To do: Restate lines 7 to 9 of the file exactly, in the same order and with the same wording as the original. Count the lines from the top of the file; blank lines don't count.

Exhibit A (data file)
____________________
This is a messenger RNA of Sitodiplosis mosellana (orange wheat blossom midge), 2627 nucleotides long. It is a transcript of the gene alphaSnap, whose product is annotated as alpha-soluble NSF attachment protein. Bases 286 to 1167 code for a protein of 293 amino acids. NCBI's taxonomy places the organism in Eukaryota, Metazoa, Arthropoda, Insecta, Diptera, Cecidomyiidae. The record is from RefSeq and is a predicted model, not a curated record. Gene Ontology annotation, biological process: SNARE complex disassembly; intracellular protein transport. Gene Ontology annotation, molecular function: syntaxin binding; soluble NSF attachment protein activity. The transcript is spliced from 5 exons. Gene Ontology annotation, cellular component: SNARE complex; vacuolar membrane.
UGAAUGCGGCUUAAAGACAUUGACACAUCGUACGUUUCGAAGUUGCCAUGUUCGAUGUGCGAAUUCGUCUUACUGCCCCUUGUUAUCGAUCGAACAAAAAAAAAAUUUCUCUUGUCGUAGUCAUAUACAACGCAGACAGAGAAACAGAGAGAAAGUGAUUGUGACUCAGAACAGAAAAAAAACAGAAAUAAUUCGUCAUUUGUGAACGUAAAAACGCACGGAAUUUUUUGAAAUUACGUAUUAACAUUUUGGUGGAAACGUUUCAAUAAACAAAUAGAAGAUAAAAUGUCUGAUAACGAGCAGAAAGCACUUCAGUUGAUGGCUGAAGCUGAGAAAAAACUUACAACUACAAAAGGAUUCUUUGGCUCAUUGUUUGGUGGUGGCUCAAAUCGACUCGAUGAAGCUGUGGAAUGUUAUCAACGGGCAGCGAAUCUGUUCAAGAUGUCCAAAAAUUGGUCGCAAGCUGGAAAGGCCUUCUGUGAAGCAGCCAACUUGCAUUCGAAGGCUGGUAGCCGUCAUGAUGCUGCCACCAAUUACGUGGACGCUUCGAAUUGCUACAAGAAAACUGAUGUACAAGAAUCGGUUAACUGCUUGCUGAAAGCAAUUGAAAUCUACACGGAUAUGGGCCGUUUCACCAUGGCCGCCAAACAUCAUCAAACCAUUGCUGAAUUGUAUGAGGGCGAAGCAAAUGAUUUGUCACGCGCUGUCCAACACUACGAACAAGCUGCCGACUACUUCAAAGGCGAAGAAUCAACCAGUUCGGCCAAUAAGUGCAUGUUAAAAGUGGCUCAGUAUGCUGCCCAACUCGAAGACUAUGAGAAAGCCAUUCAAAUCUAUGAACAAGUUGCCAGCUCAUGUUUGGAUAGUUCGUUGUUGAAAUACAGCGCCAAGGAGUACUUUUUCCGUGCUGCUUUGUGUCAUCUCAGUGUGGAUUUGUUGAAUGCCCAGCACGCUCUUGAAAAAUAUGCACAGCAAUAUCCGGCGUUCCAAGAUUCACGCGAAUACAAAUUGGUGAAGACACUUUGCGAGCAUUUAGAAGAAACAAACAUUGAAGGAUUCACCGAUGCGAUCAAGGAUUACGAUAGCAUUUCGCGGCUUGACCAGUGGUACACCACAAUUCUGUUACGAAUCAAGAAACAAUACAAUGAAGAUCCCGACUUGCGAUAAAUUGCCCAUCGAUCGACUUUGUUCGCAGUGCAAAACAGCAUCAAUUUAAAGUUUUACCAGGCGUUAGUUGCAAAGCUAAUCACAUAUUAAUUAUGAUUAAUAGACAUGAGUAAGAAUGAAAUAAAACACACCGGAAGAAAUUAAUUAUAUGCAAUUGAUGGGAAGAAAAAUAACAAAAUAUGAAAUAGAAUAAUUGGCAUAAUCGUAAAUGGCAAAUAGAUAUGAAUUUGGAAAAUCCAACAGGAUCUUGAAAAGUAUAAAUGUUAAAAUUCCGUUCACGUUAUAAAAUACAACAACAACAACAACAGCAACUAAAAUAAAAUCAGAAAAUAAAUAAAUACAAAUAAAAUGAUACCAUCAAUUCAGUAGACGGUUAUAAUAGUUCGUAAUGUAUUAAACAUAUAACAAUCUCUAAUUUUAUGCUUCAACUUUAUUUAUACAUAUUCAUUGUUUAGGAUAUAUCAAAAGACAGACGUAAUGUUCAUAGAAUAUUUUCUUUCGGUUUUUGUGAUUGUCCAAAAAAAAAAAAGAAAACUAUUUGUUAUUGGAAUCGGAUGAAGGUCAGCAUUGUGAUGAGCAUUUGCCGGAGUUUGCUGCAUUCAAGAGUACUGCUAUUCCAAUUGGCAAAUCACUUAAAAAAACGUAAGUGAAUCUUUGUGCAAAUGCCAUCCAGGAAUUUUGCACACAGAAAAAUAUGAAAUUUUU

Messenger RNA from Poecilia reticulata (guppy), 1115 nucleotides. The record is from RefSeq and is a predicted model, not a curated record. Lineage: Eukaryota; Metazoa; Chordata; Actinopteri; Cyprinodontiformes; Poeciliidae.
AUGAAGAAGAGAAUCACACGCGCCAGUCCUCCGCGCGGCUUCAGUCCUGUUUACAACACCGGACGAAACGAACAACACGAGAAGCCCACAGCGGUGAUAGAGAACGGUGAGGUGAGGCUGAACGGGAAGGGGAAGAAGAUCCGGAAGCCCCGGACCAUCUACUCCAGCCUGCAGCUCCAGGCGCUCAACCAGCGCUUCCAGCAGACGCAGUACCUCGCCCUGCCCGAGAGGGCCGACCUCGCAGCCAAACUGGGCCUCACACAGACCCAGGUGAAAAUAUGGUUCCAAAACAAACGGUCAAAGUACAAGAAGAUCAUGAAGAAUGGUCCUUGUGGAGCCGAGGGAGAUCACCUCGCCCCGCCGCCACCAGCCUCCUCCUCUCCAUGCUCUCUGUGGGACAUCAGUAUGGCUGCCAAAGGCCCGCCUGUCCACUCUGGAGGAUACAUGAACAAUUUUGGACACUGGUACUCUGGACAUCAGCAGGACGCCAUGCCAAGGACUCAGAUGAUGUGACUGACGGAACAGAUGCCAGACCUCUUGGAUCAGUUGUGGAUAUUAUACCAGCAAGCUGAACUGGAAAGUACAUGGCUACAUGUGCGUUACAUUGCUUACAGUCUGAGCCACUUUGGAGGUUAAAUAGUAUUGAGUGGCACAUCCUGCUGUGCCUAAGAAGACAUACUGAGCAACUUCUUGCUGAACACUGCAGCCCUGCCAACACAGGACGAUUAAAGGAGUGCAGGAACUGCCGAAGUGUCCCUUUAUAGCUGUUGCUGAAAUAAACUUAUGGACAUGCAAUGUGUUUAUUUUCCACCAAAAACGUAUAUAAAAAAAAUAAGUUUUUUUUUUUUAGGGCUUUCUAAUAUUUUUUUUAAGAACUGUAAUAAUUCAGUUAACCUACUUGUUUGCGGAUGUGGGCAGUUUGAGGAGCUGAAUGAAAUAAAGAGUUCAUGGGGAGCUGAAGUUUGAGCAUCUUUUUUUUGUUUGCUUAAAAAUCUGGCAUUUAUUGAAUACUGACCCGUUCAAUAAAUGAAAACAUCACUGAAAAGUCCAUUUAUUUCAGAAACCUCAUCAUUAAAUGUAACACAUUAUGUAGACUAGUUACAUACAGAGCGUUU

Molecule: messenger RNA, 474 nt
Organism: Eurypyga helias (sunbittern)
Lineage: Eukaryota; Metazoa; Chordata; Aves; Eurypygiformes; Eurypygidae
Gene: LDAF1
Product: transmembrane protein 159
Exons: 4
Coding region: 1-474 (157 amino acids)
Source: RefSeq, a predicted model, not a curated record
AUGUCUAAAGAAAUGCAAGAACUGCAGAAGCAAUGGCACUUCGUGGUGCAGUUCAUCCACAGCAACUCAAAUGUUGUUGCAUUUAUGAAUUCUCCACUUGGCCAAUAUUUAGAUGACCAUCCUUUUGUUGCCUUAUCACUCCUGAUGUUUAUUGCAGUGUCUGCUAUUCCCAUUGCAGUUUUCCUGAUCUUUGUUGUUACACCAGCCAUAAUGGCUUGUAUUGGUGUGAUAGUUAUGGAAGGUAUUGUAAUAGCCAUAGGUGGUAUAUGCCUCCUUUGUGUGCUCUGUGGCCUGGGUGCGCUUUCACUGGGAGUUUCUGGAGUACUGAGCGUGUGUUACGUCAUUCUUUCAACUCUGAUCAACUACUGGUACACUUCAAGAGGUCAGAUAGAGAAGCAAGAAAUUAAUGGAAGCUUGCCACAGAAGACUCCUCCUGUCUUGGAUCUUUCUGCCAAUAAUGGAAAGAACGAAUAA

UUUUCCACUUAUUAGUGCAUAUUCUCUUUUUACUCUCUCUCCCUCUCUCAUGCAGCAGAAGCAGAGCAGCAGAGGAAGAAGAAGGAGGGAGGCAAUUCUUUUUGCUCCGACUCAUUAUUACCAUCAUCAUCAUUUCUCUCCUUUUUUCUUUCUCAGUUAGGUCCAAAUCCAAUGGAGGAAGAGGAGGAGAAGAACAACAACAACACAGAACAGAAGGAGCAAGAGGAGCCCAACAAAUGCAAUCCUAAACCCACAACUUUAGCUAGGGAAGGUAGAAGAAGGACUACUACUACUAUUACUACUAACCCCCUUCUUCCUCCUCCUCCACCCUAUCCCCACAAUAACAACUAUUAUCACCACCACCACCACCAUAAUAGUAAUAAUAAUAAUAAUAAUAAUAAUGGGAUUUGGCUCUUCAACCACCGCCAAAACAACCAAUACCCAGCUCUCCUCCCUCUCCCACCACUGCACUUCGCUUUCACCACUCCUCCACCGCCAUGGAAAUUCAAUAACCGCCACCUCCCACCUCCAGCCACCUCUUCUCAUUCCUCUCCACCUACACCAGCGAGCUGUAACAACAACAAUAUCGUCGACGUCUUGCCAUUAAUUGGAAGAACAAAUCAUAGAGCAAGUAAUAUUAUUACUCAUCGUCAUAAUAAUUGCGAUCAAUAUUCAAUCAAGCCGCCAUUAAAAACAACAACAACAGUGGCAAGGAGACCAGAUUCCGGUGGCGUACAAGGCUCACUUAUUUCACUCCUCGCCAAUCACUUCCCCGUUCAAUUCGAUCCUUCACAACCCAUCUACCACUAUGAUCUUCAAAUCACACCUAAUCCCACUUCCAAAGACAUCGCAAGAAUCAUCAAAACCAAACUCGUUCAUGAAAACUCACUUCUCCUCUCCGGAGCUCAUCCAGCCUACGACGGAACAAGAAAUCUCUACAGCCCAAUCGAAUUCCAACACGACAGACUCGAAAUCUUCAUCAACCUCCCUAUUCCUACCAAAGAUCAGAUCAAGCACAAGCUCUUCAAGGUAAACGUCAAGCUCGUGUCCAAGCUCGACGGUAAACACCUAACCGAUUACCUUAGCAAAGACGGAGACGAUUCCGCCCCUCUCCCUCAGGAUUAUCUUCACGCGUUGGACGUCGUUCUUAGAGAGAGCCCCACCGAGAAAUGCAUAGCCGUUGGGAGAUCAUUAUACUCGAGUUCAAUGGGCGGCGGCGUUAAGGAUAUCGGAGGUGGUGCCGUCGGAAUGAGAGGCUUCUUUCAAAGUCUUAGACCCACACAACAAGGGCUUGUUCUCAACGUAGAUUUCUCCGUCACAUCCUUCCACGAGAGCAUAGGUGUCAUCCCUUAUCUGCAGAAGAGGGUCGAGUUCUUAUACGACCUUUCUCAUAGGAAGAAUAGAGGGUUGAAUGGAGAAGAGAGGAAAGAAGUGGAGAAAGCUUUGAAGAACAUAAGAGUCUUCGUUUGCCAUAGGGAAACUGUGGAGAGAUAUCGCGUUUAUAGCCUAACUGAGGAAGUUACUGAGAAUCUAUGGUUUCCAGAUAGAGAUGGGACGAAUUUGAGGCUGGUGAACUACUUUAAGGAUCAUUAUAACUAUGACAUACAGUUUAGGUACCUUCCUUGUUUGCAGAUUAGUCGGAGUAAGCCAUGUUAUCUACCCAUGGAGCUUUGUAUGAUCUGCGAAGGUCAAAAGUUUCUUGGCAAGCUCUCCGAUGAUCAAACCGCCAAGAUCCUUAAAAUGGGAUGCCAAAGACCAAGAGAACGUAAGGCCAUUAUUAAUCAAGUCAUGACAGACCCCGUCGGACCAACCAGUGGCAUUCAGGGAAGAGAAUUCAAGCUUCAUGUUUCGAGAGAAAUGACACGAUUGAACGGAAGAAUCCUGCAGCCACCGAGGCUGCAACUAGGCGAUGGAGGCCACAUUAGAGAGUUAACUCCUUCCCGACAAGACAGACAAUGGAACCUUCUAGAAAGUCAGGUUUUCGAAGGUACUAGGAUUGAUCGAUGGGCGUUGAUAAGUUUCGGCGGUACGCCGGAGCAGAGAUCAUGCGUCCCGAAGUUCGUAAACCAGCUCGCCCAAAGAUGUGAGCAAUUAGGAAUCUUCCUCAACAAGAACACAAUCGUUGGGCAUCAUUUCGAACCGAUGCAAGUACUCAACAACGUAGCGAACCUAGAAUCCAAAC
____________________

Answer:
Lineage: Eukaryota; Metazoa; Chordata; Aves; Eurypygiformes; Eurypygidae
Gene: LDAF1
Product: transmembrane protein 159